One of the greatest yoga teachers of our time, B.K.S. Iyengar*, tells us:
“Poets and wise men since the beginning of the written word have enjoined us in all culture to live in the present moment because it is all we really have. Have you ever wondered, while watching nature films on television in which herds of beautiful gazelles are constantly surrounded by marauding predators, why their life is not a living hell of fear and insecurity? How can they live their family lives of courtship, procreation, joy in their own physical perfection, knowing that the inevitable end will be in the lion’s maw? You cannot say it is dull fatalism, or lack of imagination. If they lacked imagination why would they run away so fast? The answer must be that they have the capacity to live in the present moment as it is and not as it might be. Those who live in reality, which can only be the present, will assuredly die, but will have lived before they die. Many people die without having lived. This is true cellularly as well as psychologically. By perfect positioning in asana, we flood our cells with life, which is nothing but present awareness. The cells too will die – but first they will have lived.”
The same is true when we are happy. When we are happy, we also flood our cells with life, bringing our entire being into alignment with what is, not what was or what will be. To be happy is to be in the now, but what does that really mean? In-the-now is not a place in time, is it? If it were, then where was I was a moment ago? In The Then? I point this out because I hear the tendency in people to strive to be in this thing called The Now, as if it were a preferred destination, like the Italian Riviera. I’ve slipped into that way of thinking as well. When I do, it helps me to think of it as Being Now. Being Now is who I am and is actually the only thing possible for me like those lovely, leaping gazelles.
So can we really be like gazelles and live lives that are “not a living hell of fear and insecurity” as Iyengar says? Can we live in the present, be in the now, be now, or however you like to think about it? What would you like the answer to be? What have you experienced it to be? If you’ve ever been happy for even a moment, you know the answer. There’s a letting go in happiness that suspends notions of time. We abandon ourselves to the moment, free of fear and insecurity. We aren’t thinking that we don’t deserve to be happy or that it could be bad for us to be happy. We aren’t thinking that we will be unhappy in the future. We aren’t thinking that there is something wrong with us or that the world is against us. These thoughts are a few of the most common beliefs that mire us in unhappiness and take us out of the present. They are the true launchpad for unhappiness, more than any life event, small or large.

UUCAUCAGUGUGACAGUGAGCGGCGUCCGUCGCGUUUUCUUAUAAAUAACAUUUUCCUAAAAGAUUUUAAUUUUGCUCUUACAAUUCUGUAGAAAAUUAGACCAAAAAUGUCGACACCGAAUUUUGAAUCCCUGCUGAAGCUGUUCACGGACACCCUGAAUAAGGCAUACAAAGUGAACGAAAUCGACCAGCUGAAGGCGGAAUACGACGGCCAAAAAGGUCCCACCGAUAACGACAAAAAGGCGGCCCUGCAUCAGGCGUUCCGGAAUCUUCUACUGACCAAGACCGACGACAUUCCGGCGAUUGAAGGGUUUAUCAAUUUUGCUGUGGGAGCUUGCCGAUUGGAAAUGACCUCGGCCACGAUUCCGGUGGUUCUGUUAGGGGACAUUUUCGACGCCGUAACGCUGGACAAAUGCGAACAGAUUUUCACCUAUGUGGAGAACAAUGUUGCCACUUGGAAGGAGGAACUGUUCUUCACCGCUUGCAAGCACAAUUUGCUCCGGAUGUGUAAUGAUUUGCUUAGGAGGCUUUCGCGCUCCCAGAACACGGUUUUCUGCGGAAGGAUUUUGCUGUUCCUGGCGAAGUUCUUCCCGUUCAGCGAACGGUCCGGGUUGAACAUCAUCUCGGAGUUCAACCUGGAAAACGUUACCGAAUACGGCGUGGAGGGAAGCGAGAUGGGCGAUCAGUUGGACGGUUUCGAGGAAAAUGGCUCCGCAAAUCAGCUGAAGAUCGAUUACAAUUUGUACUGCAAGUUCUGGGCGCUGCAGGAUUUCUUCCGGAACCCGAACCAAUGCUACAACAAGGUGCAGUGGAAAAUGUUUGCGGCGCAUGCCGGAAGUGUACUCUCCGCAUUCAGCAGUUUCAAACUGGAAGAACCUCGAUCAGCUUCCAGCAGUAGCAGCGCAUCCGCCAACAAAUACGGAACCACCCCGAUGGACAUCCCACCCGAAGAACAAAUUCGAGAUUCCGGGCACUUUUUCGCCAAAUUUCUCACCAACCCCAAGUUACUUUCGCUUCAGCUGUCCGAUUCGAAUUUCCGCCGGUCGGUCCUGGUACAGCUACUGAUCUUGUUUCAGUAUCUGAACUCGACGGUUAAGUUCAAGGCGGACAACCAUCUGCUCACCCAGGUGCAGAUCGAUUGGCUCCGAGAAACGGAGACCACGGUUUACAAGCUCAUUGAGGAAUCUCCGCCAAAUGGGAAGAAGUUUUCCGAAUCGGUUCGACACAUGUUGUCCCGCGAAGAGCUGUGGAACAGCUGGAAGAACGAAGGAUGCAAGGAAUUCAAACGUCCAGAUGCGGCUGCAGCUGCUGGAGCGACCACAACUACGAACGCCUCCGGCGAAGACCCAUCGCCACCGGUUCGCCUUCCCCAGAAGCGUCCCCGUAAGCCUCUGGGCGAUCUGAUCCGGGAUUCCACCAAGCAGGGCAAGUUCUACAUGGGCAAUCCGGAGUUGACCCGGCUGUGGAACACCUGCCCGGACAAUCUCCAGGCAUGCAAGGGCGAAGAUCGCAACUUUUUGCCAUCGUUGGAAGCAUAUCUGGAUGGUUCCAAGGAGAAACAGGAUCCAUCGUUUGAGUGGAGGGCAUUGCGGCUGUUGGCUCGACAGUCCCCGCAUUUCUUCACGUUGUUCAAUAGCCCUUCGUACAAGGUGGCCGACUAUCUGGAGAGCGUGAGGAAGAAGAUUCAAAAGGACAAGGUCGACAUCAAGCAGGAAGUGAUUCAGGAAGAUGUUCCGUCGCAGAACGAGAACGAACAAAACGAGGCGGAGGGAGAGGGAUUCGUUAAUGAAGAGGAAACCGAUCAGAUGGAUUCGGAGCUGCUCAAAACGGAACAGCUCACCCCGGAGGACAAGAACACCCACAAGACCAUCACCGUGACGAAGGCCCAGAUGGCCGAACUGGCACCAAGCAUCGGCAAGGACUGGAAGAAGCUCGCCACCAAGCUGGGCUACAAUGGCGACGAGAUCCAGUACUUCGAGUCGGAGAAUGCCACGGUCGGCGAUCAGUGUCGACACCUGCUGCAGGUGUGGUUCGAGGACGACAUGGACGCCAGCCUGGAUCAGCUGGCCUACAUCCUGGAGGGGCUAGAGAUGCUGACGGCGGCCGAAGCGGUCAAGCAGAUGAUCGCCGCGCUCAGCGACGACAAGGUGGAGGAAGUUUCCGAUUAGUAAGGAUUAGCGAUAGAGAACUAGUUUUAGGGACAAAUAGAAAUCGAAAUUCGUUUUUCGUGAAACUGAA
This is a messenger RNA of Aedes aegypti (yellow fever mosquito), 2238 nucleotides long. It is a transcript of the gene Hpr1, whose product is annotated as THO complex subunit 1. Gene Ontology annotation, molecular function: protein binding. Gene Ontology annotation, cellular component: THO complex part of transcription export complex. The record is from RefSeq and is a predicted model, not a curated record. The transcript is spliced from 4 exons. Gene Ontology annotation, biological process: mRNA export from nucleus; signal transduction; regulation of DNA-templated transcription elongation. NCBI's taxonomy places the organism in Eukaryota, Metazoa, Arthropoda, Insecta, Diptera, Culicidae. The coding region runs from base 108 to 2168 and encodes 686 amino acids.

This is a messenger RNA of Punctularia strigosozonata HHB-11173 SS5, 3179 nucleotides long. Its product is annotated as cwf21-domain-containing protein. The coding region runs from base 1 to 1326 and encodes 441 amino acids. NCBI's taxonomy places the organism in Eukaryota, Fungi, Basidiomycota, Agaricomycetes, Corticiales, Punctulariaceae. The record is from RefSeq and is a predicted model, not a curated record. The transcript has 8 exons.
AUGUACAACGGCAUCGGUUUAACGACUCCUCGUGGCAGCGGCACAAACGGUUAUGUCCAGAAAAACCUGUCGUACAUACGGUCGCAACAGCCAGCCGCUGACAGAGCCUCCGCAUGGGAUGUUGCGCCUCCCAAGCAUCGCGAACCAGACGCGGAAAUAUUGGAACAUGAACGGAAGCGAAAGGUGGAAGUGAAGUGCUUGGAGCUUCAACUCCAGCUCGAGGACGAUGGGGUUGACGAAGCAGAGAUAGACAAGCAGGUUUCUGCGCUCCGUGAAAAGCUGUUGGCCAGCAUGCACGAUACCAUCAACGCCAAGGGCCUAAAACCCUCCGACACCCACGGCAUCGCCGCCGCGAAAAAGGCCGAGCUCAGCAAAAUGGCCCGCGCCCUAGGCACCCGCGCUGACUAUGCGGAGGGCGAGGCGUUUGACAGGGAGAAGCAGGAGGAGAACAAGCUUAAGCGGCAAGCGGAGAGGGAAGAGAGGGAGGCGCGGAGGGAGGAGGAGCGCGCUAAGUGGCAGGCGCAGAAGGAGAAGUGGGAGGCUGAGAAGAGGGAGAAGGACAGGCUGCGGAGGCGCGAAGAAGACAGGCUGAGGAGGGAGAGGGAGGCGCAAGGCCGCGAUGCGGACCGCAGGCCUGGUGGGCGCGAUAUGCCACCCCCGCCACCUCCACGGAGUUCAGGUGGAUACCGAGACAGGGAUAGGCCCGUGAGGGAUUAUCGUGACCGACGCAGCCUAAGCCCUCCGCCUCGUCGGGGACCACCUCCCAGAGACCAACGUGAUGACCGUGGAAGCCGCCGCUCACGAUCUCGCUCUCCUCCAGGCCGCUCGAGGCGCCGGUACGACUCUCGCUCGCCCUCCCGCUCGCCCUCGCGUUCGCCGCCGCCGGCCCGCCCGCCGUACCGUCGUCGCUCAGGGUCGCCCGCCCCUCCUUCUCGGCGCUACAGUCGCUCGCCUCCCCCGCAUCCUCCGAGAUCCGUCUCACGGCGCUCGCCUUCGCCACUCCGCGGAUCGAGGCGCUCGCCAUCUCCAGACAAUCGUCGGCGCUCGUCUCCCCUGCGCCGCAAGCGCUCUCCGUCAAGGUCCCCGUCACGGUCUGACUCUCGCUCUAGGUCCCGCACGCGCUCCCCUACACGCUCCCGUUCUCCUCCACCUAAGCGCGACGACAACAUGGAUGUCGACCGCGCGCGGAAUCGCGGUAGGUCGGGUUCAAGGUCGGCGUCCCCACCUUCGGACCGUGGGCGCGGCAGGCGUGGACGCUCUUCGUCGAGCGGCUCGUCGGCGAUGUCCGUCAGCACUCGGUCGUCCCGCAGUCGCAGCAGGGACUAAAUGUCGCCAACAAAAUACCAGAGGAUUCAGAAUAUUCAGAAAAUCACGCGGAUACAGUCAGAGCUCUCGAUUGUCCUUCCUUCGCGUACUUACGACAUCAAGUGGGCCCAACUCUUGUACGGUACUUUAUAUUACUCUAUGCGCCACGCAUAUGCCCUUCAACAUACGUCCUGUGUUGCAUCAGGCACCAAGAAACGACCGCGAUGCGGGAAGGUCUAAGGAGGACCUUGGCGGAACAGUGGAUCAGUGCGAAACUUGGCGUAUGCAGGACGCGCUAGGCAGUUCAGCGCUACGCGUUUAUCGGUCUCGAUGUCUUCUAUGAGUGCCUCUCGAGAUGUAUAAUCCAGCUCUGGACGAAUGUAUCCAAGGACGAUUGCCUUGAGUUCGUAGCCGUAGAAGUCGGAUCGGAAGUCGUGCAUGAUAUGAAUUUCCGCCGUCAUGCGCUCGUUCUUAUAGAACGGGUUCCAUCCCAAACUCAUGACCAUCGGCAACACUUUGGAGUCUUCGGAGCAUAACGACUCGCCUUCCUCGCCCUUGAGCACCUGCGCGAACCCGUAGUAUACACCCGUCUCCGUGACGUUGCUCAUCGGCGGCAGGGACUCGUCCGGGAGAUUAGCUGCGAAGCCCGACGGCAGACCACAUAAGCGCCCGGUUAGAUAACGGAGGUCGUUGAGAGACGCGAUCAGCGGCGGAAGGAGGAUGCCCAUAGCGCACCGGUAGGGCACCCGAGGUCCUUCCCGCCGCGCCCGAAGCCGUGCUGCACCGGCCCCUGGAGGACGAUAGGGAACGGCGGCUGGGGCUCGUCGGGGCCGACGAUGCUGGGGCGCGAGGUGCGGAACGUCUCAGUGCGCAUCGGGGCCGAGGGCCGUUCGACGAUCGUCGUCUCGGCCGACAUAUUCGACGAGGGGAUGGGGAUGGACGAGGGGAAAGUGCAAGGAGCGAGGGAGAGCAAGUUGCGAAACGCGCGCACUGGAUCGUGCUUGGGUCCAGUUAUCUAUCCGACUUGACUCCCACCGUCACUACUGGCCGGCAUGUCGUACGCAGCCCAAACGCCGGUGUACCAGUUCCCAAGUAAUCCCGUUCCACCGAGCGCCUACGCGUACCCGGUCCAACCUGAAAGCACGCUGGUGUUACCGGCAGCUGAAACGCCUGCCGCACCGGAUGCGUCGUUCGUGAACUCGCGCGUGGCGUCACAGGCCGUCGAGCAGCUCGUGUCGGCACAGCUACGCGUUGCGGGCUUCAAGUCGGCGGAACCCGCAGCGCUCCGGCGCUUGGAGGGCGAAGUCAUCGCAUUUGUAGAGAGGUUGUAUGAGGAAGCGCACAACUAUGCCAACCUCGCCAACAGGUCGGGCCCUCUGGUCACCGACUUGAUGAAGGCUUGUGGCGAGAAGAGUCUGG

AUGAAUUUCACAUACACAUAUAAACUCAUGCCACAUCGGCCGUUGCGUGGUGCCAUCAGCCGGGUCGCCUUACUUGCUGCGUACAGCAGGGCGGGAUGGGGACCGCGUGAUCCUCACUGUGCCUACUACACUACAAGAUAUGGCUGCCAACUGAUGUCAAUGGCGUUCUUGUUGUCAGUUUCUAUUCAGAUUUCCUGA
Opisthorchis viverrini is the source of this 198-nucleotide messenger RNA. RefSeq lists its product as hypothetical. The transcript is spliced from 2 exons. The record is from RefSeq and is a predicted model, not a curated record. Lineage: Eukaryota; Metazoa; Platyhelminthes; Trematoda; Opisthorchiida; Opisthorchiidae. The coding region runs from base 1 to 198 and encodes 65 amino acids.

The more we free ourselves of these beliefs, the more present we will be and the happier we will be. Yoga and meditation are wonderful opportunities to free the mind. I am an avid yogini and meditator myself. But freeing the mind does not necessarily mean understanding our belief systems, which is so crucial to unwind the habit of unhappiness. The simplest, most direct way I know to do this is The Option Method, which deals directly with beliefs about unhappiness and happiness. Using five powerful questions, The Option Method takes you out of fear, anxiety, sadness to a place of peace, clarity and happiness, not just when you are on the mat or in meditation, but every moment of the day.
*Light on the Yoga Sutras of Patanjali by B.K.S. Iyengar, p. 235
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